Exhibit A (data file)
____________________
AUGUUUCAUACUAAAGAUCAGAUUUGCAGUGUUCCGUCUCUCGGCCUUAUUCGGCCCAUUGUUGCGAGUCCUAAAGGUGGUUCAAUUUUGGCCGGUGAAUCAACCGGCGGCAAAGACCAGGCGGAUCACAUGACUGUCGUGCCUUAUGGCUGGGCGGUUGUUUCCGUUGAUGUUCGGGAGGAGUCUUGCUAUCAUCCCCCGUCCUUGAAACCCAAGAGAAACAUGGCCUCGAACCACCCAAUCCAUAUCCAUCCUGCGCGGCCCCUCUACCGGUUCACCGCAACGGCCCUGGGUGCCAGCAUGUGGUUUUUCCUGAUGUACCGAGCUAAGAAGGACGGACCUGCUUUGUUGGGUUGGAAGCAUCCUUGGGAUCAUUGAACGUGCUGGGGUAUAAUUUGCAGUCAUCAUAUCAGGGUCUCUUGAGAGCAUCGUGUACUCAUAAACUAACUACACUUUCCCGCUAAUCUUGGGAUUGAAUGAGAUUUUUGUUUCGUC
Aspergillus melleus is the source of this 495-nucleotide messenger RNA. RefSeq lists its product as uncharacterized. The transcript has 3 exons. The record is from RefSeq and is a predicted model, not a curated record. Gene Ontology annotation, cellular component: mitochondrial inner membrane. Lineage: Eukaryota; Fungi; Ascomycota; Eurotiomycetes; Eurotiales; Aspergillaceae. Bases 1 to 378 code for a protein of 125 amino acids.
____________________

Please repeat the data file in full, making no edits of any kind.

AUGUUUCAUACUAAAGAUCAGAUUUGCAGUGUUCCGUCUCUCGGCCUUAUUCGGCCCAUUGUUGCGAGUCCUAAAGGUGGUUCAAUUUUGGCCGGUGAAUCAACCGGCGGCAAAGACCAGGCGGAUCACAUGACUGUCGUGCCUUAUGGCUGGGCGGUUGUUUCCGUUGAUGUUCGGGAGGAGUCUUGCUAUCAUCCCCCGUCCUUGAAACCCAAGAGAAACAUGGCCUCGAACCACCCAAUCCAUAUCCAUCCUGCGCGGCCCCUCUACCGGUUCACCGCAACGGCCCUGGGUGCCAGCAUGUGGUUUUUCCUGAUGUACCGAGCUAAGAAGGACGGACCUGCUUUGUUGGGUUGGAAGCAUCCUUGGGAUCAUUGAACGUGCUGGGGUAUAAUUUGCAGUCAUCAUAUCAGGGUCUCUUGAGAGCAUCGUGUACUCAUAAACUAACUACACUUUCCCGCUAAUCUUGGGAUUGAAUGAGAUUUUUGUUUCGUC
Aspergillus melleus is the source of this 495-nucleotide messenger RNA. RefSeq lists its product as uncharacterized. The transcript has 3 exons. The record is from RefSeq and is a predicted model, not a curated record. Gene Ontology annotation, cellular component: mitochondrial inner membrane. Lineage: Eukaryota; Fungi; Ascomycota; Eurotiomycetes; Eurotiales; Aspergillaceae. Bases 1 to 378 code for a protein of 125 amino acids.